US citizens admit serious concern on electronic patient records

Nearly 80 percent of US citizens surveyed for a report have said they are concerned about electronic health records (EHRs) because their personal information might be stolen by hackers or lost.

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Nearly 80 percent of US citizens surveyed for a report have said they are concerned about electronic health records (EHRs) because their personal information might be stolen by hackers or lost.

US president Barack Obama has plans for an electronic patient record for all US citizens by 2015, and in the UK the highly troubled £11.7 billion NHS National Programme for IT is awaiting government reviews to see whether it will be scrapped or continued.

The online survey, conducted by Harris Interactive for Xerox, included 2,720 US adults, the majority of whom felt that their personal information could be misused if kept in an EHR.

The number one concern: hackers. "There's a lack of understanding about what EHRs are all about," said Paul Solverson, a partner with Xerox's strategic advisory services.

"All the stereotypical concerns with ID theft encroaches into the healthcare field. Although there is a track record [of data loss] for breaches, they're far less from hackers and more from media at rest being lost, such as a laptop or file being transmitted by accident."

Solverson believes the source of consumer angst over EHRs is the healthcare industry doing a woefully inadequate job of informing patients about the technology, its benefits and how it will actually improve security around patient information.

"If patients had any idea today how accessible paper records are, I think they'd be astonished," he said.

Of those surveyed by Harris Interactive, 78 percent indicated they were concerned about hackers accessing EHRs; 64 percent said they were worried about the threat of lost, damaged or corrupted records; and 62 percent cited concerns over the misuse of electronic healthcare information.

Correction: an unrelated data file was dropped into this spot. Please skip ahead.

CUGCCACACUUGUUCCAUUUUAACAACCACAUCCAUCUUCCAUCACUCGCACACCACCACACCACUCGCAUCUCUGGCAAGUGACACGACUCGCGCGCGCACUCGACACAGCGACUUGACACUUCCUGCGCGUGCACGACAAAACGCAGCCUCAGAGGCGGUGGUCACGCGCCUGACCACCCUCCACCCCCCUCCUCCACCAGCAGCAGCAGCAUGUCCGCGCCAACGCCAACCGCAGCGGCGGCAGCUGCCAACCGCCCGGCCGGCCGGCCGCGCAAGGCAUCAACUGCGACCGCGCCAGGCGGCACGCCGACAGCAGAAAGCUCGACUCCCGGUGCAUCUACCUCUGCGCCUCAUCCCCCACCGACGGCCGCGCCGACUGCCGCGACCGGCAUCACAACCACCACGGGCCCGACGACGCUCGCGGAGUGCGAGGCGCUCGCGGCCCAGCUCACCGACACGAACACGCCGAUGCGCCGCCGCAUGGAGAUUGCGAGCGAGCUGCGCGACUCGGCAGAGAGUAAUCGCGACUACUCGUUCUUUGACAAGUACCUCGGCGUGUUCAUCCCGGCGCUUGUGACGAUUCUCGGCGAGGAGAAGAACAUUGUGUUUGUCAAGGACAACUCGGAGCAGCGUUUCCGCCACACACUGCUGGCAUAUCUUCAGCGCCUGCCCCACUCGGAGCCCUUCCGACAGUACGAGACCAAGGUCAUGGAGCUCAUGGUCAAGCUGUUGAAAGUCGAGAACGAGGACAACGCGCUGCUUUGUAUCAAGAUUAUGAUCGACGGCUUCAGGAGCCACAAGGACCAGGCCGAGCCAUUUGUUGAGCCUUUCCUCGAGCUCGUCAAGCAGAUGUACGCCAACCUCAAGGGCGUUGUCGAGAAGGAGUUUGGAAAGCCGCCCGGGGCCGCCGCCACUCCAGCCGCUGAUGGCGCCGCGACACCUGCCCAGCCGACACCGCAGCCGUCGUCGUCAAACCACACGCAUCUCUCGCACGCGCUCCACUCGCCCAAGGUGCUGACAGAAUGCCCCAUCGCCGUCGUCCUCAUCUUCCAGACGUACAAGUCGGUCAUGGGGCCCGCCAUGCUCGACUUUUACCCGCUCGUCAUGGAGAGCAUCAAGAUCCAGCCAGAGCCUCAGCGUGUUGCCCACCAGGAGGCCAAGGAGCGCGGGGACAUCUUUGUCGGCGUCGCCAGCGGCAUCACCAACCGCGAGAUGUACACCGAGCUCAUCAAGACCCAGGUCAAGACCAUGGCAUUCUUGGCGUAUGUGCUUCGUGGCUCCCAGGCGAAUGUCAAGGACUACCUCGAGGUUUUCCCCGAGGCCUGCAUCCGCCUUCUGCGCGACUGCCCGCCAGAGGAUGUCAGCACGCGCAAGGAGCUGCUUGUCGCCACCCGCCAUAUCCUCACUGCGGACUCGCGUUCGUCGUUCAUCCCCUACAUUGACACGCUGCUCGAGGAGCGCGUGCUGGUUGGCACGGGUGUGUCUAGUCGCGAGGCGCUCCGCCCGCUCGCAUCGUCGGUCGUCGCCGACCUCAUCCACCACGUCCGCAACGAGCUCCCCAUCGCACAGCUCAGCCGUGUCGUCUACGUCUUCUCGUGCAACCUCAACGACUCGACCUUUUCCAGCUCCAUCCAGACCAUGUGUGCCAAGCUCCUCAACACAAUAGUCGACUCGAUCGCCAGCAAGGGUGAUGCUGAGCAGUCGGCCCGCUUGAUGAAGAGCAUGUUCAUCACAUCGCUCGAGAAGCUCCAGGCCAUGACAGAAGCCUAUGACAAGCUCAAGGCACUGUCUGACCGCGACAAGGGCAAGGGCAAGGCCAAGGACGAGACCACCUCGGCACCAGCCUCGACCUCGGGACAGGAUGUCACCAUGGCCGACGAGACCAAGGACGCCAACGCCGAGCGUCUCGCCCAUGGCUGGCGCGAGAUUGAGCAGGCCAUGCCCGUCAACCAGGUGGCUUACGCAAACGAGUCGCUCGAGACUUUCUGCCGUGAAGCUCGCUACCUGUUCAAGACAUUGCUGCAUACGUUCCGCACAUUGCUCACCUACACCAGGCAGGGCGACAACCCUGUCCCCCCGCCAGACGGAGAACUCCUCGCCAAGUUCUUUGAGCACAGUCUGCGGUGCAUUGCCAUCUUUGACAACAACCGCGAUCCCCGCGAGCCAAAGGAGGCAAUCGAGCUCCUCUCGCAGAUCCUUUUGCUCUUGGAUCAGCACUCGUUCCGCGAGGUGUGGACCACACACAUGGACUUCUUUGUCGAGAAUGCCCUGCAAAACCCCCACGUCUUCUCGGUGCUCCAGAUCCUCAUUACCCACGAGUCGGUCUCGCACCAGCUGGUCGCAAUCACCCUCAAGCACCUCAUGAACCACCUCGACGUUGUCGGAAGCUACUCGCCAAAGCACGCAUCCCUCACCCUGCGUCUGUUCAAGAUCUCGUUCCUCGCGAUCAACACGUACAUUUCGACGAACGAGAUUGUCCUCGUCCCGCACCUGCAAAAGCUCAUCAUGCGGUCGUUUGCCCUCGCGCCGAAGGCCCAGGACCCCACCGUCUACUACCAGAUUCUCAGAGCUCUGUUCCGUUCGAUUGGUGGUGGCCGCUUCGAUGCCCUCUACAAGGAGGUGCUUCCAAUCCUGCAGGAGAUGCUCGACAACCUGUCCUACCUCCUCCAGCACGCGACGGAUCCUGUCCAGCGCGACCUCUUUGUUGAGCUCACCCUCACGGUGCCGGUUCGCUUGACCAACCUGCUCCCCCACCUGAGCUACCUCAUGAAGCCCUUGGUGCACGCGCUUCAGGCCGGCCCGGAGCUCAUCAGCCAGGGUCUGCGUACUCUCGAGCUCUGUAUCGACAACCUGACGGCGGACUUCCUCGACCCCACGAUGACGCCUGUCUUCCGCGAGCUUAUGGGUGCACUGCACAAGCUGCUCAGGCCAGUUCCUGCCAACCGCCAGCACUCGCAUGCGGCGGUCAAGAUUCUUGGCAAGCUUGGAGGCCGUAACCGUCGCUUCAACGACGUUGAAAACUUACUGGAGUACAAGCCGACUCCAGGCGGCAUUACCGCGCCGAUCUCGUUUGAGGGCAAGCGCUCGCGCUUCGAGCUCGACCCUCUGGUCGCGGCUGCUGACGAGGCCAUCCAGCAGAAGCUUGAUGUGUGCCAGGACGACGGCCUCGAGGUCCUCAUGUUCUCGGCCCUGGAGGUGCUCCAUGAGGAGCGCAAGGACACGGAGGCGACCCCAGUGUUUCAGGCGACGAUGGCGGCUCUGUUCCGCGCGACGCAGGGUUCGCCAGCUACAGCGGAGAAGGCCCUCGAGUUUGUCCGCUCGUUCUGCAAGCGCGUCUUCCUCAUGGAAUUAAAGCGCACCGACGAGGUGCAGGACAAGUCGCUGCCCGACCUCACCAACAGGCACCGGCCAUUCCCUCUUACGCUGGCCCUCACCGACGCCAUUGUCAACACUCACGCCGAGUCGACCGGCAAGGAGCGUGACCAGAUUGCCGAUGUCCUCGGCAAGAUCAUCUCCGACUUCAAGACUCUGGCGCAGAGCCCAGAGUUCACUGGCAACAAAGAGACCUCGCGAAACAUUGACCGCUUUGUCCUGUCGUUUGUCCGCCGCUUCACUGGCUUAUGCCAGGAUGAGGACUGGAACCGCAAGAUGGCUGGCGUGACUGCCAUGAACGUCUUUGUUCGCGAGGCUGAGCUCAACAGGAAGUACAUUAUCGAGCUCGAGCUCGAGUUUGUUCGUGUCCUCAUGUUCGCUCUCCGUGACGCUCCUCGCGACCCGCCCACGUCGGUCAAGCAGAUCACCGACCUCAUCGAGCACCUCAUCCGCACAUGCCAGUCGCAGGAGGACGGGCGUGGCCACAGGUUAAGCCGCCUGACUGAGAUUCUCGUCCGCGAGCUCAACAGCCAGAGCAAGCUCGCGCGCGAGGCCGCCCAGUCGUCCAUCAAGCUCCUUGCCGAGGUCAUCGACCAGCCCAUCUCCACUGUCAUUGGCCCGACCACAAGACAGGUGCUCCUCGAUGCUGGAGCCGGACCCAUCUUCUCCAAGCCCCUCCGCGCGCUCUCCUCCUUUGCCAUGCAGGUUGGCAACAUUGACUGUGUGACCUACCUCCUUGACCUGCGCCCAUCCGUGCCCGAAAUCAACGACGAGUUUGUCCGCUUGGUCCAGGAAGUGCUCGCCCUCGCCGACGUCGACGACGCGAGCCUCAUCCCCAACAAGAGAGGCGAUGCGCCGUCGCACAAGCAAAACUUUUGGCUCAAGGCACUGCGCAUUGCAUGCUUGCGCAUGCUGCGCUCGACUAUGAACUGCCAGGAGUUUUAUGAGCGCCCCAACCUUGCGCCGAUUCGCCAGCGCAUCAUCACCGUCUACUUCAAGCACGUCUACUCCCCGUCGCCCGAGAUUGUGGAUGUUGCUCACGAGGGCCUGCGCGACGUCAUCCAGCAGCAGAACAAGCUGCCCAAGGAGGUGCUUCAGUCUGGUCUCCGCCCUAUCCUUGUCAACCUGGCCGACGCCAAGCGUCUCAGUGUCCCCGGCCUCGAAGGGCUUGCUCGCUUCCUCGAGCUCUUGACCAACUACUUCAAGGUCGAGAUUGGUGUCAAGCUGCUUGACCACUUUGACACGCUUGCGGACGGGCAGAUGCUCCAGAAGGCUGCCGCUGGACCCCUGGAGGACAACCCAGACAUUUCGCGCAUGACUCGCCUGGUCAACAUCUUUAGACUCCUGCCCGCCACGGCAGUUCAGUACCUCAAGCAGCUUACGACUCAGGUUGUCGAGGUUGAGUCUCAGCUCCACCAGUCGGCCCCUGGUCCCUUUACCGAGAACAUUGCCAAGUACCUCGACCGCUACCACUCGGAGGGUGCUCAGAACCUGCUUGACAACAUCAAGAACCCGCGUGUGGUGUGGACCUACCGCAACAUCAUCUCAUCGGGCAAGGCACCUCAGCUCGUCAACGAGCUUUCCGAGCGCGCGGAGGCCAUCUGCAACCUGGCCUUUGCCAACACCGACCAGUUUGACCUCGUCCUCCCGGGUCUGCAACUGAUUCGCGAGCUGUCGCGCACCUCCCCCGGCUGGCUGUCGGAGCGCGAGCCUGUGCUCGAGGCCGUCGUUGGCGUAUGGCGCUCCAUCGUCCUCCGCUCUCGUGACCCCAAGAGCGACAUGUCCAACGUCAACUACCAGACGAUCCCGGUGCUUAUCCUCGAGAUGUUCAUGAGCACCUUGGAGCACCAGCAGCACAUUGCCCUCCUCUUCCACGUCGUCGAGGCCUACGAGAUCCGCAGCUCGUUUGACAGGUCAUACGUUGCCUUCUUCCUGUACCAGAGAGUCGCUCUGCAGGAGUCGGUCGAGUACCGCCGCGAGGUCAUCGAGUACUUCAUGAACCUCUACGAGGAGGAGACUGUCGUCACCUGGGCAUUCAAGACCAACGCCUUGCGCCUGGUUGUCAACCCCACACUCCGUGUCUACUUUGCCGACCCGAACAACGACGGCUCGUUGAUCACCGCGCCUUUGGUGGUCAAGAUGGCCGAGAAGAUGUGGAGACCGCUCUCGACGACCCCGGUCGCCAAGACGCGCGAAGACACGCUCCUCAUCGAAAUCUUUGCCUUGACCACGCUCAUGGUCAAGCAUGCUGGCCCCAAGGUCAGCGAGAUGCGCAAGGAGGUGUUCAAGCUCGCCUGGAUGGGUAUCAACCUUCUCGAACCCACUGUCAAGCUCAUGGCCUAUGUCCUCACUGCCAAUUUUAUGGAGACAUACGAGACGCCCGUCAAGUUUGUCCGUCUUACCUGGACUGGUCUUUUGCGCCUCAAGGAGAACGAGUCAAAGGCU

Twenty-three percent of those surveyed believe patients have the least to gain from conversion to digital records.

"That's pretty cynical. And it shows a lack of understanding of EHRs and their ability to improve evidence-based medicine, error checking and electronic documentation and 24/7 access to information," Solverson said. "These are benefits not being communicated to patients."

Evidence-based medicine involves best practices that use evidence gained from the scientific method for medical decision-making. One of the main reasons the federal government is pushing the rollout of EHRs in healthcare facilities is to promote the use of evidence-based medicine by promoting the standardization of treatments.

Botsford Hospital in Farmington Hills, Michigan, is launching its EHR system at the end of this year. The system will allow EHRs to electronically follow a patient as they move through different departments of the hospital.

"When a patient moves from the Emergency Center to Radiology or Critical Care, for example, their EHRs will be immediately available to the various caregivers, greatly increasing patient safety and quality of care," Dr. Paul LaCasse, president and CEO of Botsford Hospital said in a statement.

Perhaps more telling about the lack of education surrounding EHRs was that only 18 percent of those surveyed with a healthcare provider have been approached about converting their paper records to digital.

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